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Compromised Data Comes in Many Forms

April 14, 2022 /


April 14, 2022

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No Big Deal Right?

A friend recently mentioned an email that she received regarding an investment app that she had downloaded on her phone.  The app was a way for her to play around and learn a little bit about investing, something that it seems many people leaned into during the pandemic.

The notification email stated that security and privacy were taken seriously at the company, but also, they had recently discovered that a former employee had downloaded investing reports.  Upon discovery, the company did everything correctly to notify users, explain the situation, identify what had been accessed, what had not been accessed, and what they were doing as follow-up and contact information for clients.

Her take on the email that they sent to users was that they had somewhat downplayed the issue, stating that this was a report that the (former) employee had always had access to.  They also indicated that usernames and passwords were not compromised, just your brokerage account number as well as full names and portfolio values.  When reading the email, it gave her the vibe of, “this happened, we are handling it, don’t worry, your “important” data wasn’t compromised”.  Of course, it didn’t say explicitly that, but that was her take on it and she wasn’t too concerned after reading the email.   Her first thoughts, “oh, another breach…. this one doesn’t seem like a big deal, I’ll have to remember to change my password, but it’s on my phone so I’ll get to that this weekend.”

Ah, Let’s Not Dismiss That So Quickly…

As IT professionals in cybersecurity, we know the appropriate reaction should be much different.  And because breaches and compromised data are so common today, it wouldn’t be difficult to find a new one daily; we’re becoming desensitized to it.  This news should have created more of a sense of urgency in my friend’s mind to act immediately.

While no one is suggesting that we create a panic, we do need to continually remind our clients, friends, and family to keep on top of their cybersecurity behaviors outside of work as well as within the walls of their offices.  These small pieces that seem insignificant can add up, and it doesn’t take a detective to glue it all together to wreak havoc one way or another.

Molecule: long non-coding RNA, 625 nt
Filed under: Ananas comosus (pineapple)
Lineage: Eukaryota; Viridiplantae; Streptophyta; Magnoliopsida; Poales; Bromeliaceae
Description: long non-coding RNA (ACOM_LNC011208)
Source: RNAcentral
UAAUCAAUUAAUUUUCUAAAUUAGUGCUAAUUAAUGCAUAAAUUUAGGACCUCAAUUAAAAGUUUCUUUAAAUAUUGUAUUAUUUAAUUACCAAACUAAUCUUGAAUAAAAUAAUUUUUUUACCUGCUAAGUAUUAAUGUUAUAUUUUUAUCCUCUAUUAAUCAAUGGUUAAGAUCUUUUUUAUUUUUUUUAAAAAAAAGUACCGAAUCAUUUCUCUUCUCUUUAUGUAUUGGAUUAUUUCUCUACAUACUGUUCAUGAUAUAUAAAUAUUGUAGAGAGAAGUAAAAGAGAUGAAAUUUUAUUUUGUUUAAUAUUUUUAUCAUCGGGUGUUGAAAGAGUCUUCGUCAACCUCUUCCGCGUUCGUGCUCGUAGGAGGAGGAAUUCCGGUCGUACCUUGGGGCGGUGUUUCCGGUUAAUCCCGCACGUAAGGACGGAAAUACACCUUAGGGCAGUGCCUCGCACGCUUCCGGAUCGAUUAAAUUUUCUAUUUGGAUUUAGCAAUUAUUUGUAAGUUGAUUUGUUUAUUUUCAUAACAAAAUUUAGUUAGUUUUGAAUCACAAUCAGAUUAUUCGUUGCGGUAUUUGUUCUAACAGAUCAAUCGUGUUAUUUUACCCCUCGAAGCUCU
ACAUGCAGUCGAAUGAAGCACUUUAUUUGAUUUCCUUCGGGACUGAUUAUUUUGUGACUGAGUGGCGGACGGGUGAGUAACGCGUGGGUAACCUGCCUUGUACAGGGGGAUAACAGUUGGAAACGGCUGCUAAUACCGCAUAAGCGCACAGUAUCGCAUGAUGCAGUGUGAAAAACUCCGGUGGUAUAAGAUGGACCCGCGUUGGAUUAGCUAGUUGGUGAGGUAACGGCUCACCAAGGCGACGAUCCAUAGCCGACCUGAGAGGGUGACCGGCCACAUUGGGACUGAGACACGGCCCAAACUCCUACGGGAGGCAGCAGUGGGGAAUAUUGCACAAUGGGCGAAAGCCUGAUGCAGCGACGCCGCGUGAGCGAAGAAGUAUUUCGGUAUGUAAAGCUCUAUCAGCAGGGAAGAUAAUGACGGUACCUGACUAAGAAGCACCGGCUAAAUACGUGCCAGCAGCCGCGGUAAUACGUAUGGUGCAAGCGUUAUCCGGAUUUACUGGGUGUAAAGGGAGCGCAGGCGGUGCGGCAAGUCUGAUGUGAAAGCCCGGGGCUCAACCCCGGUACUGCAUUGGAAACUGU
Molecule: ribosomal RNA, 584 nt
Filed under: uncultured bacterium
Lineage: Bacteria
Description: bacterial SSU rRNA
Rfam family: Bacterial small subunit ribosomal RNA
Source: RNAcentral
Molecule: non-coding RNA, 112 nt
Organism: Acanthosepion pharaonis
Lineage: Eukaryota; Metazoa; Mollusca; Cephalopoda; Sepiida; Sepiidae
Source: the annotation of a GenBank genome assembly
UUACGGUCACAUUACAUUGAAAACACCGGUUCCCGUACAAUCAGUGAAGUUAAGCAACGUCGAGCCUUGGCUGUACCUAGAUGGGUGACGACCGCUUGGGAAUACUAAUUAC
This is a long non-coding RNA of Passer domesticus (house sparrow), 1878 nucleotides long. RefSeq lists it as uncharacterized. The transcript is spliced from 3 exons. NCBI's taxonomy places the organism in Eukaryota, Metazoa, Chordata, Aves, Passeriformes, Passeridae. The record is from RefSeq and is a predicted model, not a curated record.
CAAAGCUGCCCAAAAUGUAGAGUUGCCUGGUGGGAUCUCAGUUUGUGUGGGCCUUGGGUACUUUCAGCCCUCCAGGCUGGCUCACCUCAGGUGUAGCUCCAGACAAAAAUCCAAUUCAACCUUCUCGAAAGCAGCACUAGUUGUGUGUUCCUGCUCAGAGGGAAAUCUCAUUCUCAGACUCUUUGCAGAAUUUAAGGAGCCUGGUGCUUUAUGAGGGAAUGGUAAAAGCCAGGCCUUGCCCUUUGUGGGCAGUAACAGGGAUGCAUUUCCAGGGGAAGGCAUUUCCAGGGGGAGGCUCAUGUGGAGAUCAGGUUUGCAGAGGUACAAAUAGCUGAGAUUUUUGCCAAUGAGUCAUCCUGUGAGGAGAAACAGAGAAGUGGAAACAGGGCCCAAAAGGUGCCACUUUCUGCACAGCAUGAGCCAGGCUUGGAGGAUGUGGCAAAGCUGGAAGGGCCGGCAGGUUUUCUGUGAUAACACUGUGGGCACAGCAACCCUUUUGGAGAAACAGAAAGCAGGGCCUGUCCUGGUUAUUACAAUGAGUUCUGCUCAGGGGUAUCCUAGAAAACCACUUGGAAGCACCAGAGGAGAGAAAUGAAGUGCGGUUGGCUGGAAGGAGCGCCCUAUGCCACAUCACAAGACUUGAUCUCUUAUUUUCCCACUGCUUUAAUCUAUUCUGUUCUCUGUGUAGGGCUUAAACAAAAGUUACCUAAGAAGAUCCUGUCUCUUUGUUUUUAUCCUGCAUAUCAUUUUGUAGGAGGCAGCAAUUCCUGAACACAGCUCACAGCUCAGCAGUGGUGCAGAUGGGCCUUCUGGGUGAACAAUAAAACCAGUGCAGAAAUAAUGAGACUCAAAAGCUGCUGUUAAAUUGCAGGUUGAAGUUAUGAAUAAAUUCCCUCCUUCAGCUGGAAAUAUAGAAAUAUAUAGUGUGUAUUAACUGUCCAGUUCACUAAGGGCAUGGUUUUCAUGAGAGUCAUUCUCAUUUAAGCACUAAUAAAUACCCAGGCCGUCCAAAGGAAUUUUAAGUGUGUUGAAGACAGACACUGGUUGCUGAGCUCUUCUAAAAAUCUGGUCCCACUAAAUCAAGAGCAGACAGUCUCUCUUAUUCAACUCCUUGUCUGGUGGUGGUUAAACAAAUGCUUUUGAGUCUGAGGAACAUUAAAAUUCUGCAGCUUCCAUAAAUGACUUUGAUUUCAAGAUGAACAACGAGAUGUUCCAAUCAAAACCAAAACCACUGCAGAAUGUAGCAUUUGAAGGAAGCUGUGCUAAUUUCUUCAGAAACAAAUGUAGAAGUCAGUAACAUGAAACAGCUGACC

Incidentally, we often hear people concerned about the targeted ads that they receive after having a conversation with friends about something.  “I was just talking with Sam about canoes and now my Instagram feed is full of canoe ads!  Isn’t that scary!!!???”.  Yes, it is.  But have you considered that as a result of this investment app breach, your dark web consumer profile includes data that identifies you as an investor, and one with an account that contains this much money, so you’re perhaps a target for additional ads or cyberattacks of different kinds?

AllSafe IT can provide the tools and resources that you need to keep your employees trained and aware of the threats that they face like this.  We are all targets and our identifying assets and behaviors to help cybercriminals to gain access to our lives in ways that they shouldn’t.

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Bones Ijeoma

Author since May 05, 2022
Bones Ijeoma is CEO and co-founder of AllSafe IT, and his mission is to make downtime obsolete. Bones received a BS in Computer Engineering from Cal State Long Beach and received an MBA in Entrepreneurship from USC Marshall School of Business. After finishing school and working for companies such as Marriott Hospitality, Dreamworks, and UCLA Medical Center, Bones realized there was a need for small businesses to have access to the same technology solutions that large corporations leverage.

Bones Ijeoma

Author since May 05, 2022
Bones Ijeoma is CEO and co-founder of AllSafe IT, and his mission is to make downtime obsolete. Bones received a BS in Computer Engineering from Cal State Long Beach and received an MBA in Entrepreneurship from USC Marshall School of Business. After finishing school and working for companies such as Marriott Hospitality, Dreamworks, and UCLA Medical Center, Bones realized there was a need for small businesses to have access to the same technology solutions that large corporations leverage.
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